How much does the HCG diet cost?
The HCG diet isn’t cheap. Because it’s not covered by insurance, you’d be personally liable for all doctor’s visits and injections. In initial consultation could set you back between $100 and $200, plus another $10 to $15 for each HCG injection. Depending on how much weight you lose (or don’t lose), you may incur additional costs for ongoing office visits and injections.
HCG diet limitations and warnings
1) Muscle loss
A VERY important drawback to low-calorie regimens like the HCG diet is the fact that not only will you lose fat, but your body will break down valuable muscle necessary to stoke the flames of your metabolism.
Such a low calorie regimen cannot be realistically maintained for an extended period of time and, when you go back to eating normally, your reduced muscle mass (lower metabolism) will leave you more susceptible to weight regain (yo-yo dieting).
A 500 calorie diet is very low energy and ideally should be supervised by a responsible bariatric physician or university-qualified dietitian (not a self-styled “nutritionist”). Generally speaking, a diet of less than 1200 calories is likely to be nutritionally deficient in terms of the main macronutrients (carbohydrate, protein, fat) and vitamins and minerals.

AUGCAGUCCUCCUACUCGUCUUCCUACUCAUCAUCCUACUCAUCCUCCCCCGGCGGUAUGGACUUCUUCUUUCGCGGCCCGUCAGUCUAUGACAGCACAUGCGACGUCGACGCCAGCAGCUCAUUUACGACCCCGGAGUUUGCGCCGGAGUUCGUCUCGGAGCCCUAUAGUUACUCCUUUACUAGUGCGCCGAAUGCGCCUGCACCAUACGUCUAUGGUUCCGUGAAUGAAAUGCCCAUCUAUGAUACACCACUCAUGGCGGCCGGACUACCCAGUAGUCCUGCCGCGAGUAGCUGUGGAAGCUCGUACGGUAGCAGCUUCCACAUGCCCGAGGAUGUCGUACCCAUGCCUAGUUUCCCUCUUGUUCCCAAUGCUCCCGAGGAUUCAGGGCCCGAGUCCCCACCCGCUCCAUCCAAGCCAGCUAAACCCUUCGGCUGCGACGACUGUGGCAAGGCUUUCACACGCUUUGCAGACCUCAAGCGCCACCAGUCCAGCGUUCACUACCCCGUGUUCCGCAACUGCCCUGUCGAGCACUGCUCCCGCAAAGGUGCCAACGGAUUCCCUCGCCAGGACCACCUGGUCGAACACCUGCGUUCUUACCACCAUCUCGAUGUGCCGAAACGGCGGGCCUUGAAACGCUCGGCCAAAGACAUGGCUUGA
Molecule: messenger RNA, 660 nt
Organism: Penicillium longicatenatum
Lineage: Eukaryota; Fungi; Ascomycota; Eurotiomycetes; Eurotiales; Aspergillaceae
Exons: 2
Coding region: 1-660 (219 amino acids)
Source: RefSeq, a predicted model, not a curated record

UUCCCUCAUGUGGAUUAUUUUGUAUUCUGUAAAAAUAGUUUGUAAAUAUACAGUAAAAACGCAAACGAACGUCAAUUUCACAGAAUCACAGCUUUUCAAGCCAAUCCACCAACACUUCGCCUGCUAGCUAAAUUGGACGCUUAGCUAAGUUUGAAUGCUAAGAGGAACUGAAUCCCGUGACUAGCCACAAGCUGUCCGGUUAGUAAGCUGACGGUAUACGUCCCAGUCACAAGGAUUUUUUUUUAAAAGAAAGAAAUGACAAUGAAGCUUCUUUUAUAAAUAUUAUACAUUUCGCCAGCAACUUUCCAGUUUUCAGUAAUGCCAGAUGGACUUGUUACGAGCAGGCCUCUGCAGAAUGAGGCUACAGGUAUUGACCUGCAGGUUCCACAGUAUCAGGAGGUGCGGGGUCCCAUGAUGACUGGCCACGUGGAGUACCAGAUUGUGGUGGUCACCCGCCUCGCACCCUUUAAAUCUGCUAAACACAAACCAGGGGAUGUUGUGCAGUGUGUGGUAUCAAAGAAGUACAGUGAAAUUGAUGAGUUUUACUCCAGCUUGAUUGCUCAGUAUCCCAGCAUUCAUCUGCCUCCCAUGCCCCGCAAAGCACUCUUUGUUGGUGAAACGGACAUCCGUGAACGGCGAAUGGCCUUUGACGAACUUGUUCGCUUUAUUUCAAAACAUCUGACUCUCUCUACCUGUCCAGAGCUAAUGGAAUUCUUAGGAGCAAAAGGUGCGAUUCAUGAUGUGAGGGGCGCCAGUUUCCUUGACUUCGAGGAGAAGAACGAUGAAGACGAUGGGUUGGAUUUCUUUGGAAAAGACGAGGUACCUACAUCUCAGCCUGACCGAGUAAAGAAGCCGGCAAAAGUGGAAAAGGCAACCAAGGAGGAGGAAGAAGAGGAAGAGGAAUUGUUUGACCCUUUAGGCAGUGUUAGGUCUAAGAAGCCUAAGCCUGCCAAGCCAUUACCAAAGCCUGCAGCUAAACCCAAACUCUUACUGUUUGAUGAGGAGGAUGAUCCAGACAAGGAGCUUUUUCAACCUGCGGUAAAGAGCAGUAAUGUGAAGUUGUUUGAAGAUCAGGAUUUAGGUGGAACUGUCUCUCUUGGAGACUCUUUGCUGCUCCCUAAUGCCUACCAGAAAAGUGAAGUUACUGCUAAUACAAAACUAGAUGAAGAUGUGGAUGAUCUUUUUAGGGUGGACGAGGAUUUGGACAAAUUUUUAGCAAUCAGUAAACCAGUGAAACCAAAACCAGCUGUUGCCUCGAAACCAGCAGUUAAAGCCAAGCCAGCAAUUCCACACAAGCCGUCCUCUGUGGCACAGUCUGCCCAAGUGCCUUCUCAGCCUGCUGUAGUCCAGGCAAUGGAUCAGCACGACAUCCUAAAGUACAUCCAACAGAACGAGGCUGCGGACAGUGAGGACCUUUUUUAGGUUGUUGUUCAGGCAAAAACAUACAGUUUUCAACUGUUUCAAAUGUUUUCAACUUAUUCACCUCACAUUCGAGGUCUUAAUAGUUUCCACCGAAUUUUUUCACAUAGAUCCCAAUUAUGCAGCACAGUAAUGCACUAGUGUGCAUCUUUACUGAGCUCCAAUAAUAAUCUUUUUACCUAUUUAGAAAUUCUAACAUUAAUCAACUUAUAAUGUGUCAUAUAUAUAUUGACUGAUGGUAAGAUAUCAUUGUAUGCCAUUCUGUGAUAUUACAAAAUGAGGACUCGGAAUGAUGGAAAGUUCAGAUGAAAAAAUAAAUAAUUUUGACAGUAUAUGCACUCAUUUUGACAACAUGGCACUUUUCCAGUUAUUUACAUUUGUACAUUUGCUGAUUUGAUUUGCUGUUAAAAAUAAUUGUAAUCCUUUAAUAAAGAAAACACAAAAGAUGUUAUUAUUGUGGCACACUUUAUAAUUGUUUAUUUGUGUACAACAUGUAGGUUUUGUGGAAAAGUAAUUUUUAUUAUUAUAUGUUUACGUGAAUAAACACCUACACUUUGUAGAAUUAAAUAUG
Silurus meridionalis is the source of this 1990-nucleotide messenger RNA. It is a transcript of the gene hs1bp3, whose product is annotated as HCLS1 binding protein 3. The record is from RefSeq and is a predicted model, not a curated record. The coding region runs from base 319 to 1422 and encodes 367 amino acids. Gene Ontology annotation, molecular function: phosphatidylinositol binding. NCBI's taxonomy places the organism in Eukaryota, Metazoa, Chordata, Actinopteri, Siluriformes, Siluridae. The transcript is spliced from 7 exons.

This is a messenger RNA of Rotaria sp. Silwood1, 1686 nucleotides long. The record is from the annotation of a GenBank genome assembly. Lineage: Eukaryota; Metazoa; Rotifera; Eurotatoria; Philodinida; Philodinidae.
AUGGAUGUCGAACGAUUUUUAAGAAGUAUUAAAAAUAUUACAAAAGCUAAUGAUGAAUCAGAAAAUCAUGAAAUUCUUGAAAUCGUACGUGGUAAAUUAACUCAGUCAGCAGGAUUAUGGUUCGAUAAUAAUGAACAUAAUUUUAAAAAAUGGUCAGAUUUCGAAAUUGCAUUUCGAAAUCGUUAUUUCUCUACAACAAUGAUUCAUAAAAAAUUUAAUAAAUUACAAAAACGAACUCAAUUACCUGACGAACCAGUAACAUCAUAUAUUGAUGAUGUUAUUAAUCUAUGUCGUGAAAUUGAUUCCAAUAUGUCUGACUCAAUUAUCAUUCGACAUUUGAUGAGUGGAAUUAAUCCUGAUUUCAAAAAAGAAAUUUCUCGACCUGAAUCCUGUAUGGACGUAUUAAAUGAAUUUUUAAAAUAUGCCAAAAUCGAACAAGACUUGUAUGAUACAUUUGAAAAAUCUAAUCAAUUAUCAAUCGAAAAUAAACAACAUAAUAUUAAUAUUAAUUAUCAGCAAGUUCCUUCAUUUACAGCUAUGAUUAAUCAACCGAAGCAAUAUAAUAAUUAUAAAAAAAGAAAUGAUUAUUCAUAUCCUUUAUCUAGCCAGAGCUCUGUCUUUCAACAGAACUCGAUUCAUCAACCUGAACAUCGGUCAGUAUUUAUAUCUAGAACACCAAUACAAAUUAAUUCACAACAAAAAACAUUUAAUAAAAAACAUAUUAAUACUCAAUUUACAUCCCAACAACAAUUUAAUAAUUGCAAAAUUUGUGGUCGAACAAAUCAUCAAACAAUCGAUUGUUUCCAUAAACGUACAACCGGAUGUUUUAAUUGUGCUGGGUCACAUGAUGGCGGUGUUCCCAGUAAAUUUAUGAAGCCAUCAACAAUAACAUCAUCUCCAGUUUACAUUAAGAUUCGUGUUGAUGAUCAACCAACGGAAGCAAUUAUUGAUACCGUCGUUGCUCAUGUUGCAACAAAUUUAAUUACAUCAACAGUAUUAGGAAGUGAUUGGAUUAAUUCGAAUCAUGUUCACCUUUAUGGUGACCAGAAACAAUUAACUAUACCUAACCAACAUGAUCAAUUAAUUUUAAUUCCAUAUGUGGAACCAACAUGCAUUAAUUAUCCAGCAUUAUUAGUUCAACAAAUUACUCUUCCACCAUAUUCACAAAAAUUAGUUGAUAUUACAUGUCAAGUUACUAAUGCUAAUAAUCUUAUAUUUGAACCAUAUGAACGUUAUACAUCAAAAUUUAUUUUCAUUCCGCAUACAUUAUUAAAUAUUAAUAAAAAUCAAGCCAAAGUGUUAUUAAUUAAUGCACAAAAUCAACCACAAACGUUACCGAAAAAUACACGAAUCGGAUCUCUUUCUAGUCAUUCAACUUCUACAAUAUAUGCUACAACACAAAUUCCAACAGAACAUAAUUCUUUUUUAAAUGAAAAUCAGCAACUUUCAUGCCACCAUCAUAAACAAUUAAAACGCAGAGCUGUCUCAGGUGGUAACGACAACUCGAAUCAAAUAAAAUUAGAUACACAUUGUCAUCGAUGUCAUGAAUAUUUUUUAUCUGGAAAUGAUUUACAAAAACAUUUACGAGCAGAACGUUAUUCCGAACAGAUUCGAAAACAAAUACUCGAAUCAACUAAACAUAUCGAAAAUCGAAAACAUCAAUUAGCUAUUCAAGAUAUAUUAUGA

I see that the HCG promoters include a B-complex vitamin, but this is like brining a band-aid to a train crash. This should not lull you into a false sense of safety. If you have underlying health issues such as poorly controlled diabetes or other metabolic conditions, you should first visit your doctor for guidance.
3) Unrealistic weight loss
Promotional materials for the HCG diet tout that you can expect to lose 1-2 pounds (1/2 to 1 kg) per day. Responsible health practitioners recommend a safe and healthy weight loss of approximately 1-2 pounds per week, NOT per day.